JHU seeks ideas to invigorate doctoral education
In an effort to invigorate—and perhaps reinvent—doctoral studies at Johns Hopkins, the university will commit up to $1 million over the next year to support proposals designed to transform PhD education.
The PhD Innovation Initiative, jointly championed by the Office of the Provost and the Doctor of Philosophy Board with the support of President Ronald J. Daniels, will advance bold new ideas in doctoral education and aims to put Johns Hopkins at the forefront of innovation in this area.
The initiative began taking shape a year ago following a symposium organized by the Doctor of Philosophy Board called The Future of PhD Education, which brought together more than 100 deans, faculty members, program directors, and graduate students from across Johns Hopkins and other institutions to discuss the PhD experience.
"We had a symposium that was well-attended and generated a lot of buzz," says Jonathan Bagger, interim provost and senior vice president for academic affairs. "The question is, How can we capture that excitement and turn it into real change?"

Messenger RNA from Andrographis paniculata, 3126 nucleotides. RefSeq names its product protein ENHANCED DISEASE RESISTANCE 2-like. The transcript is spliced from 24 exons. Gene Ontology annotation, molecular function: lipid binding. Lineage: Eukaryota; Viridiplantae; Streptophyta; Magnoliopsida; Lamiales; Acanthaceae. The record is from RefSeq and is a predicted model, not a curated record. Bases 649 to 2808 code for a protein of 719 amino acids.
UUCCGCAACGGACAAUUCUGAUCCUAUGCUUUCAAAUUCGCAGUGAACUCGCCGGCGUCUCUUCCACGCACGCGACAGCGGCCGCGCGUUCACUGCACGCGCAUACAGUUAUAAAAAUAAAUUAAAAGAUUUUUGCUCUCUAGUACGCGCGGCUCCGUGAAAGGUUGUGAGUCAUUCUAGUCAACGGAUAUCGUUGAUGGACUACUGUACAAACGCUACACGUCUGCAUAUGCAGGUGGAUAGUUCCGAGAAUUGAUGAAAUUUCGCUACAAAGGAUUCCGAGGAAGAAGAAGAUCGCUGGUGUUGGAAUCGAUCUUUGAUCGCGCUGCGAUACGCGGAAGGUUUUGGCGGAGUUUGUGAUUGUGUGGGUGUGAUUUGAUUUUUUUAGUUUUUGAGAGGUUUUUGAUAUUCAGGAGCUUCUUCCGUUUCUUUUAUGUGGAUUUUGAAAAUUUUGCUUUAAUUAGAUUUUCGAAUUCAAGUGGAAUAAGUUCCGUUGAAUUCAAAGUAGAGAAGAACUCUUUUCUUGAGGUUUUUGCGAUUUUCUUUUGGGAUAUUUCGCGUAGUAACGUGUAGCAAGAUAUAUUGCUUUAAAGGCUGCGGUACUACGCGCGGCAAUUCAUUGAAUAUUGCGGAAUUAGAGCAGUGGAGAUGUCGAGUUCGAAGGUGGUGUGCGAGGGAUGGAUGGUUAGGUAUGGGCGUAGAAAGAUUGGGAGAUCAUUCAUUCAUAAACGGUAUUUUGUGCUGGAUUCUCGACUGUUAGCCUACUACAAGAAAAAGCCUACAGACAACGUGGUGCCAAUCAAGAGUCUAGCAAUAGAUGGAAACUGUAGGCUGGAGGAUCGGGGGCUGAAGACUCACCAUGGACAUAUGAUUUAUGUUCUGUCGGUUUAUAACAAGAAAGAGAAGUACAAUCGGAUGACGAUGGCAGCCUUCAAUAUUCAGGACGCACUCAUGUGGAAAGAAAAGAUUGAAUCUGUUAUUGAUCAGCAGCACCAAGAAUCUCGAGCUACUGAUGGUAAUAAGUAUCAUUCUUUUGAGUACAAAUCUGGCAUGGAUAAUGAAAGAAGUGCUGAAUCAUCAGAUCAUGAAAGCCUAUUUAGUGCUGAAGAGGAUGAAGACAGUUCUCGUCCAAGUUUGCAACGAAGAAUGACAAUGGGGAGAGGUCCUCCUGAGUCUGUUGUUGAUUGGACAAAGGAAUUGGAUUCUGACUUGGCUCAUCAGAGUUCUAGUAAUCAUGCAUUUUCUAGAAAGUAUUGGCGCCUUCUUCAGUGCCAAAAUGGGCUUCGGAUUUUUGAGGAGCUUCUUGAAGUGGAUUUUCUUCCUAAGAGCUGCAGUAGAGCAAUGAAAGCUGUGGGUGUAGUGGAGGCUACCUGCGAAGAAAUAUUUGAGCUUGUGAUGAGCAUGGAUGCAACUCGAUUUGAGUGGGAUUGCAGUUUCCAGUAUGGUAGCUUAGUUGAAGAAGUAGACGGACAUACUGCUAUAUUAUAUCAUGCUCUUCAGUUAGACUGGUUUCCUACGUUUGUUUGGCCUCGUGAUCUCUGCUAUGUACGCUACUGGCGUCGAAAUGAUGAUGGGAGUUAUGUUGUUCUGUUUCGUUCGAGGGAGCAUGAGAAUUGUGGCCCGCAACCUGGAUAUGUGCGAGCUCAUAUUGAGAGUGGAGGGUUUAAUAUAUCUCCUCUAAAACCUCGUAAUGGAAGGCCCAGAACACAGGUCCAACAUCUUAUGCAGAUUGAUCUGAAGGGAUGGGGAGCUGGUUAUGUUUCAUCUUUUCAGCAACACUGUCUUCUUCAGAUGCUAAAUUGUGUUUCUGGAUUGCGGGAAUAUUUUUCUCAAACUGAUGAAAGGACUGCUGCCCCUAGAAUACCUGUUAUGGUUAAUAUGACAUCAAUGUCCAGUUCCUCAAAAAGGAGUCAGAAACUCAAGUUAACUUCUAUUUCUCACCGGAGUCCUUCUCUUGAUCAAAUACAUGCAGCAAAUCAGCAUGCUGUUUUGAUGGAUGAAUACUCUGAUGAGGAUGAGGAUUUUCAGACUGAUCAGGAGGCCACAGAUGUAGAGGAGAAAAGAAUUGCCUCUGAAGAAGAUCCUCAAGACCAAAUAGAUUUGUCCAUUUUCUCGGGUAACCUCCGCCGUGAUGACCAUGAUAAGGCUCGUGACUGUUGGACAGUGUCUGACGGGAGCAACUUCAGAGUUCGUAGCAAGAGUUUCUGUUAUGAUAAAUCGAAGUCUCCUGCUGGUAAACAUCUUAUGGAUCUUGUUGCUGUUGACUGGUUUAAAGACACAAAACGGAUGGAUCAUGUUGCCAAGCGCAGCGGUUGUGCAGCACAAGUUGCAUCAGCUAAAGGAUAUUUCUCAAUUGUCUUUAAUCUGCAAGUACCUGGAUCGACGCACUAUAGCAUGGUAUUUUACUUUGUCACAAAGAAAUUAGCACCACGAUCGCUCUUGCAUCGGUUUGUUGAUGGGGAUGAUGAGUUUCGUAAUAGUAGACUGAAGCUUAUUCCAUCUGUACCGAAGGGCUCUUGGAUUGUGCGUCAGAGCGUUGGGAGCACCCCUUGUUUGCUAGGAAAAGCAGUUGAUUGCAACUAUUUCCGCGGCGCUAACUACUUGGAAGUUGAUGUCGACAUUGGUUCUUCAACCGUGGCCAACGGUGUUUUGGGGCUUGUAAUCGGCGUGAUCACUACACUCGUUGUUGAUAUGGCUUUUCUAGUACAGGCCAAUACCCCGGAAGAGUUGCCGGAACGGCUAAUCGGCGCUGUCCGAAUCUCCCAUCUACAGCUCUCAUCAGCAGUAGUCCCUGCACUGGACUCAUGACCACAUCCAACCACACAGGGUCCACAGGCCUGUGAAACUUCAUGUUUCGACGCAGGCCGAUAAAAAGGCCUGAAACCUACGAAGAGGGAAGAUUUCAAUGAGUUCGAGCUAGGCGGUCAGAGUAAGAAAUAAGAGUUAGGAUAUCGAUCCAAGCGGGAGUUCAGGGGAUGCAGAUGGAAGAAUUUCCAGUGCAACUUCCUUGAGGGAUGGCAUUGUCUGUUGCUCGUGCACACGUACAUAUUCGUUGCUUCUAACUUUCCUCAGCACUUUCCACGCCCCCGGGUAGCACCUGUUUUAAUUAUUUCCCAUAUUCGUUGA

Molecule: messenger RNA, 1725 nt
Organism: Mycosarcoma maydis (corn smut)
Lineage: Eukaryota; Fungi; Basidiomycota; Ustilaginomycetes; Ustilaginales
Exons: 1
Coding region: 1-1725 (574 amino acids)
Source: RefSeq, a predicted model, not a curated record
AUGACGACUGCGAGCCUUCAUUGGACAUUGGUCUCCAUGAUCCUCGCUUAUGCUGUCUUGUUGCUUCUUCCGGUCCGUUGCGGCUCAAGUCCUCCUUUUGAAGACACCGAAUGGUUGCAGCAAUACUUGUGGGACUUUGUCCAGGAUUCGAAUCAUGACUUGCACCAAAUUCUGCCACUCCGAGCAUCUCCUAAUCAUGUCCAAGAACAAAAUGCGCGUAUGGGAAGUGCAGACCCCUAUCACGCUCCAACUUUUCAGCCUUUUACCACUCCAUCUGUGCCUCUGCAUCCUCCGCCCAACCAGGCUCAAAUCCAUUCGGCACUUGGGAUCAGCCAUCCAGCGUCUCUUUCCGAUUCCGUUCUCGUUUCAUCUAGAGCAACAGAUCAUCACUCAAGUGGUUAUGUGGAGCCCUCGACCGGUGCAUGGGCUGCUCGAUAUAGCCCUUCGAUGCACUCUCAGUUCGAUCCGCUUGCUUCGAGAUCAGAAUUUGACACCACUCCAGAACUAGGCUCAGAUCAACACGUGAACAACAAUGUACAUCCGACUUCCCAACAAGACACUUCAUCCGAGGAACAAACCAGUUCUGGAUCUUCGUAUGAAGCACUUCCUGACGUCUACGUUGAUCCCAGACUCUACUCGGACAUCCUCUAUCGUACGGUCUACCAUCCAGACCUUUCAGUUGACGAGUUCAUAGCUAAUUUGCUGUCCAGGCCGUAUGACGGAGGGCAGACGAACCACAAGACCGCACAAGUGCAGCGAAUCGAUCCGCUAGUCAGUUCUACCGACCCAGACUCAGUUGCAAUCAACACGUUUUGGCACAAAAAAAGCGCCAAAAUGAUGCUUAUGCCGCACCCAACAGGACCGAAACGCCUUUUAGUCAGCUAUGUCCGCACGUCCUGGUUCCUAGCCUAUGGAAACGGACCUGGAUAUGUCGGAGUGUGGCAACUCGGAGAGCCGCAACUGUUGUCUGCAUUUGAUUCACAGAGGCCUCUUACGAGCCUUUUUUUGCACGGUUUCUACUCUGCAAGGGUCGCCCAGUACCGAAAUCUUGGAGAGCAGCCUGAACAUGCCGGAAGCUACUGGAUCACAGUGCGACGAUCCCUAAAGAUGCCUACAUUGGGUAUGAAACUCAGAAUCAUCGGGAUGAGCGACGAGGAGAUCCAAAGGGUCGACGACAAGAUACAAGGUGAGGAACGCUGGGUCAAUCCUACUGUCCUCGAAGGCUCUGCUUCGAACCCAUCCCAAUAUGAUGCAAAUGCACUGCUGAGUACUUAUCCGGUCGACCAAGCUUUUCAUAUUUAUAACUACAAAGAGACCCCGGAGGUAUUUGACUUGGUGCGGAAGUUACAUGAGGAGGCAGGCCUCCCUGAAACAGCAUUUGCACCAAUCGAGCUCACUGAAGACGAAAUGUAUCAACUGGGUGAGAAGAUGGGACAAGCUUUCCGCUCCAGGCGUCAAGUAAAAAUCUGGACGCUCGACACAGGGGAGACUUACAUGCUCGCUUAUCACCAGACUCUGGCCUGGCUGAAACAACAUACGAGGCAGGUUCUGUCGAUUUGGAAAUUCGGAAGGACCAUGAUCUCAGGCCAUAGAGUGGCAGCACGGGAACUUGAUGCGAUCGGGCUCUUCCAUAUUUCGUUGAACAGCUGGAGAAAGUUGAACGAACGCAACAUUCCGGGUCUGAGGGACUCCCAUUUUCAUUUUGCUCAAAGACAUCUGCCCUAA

The initiative is part of a universitywide push to evaluate and improve doctoral education at Johns Hopkins, which, as the nation's first research university, Bagger notes, has been "part of our DNA from the start."
"It seems like a good time to take a fresh look at the PhD," Bagger adds, "to make sure that we are doing well by our students."
Faculty members, groups of faculty members, or PhD students with faculty mentors were invited to submit proposals to the Doctor of Philosophy Board by Nov. 30.
The board will review the proposals and make funding recommendations based on criteria that include the potential for significant impact, feasibility and sustainability, and portability to other PhD programs. Funding decisions are expected to be announced in February.
"Change in PhD programs really works best when it comes from inside the programs themselves," says Brenda Rapp, chair of the Doctor of Philosophy Board. "Attempts to change things from the top down, while they may be significant, are unlikely to have the same impact as a process that encourages ideas from all levels. This initiative is designed to give programs, faculty, and students incentives to generate and participate in innovative change."
Rapp stresses that the board is not seeking a "one-size-fits-all" model for PhD education and was anticipating receiving a number of diverse submissions from a variety of disciplines.
If the call for proposals proves successful, Rapp says, there is likely to be additional funding in a second year.
"There are tried-and-true methods for educating students at the PhD level, and every discipline has very different methods," she says. "But needs change over time, and we want to be responsive to changing demands, a changing job market, a changing world."
For more information, go to the PhD Innovation Initiative website at web.jhu.edu/administration/provost/initiatives/phd_board/pii.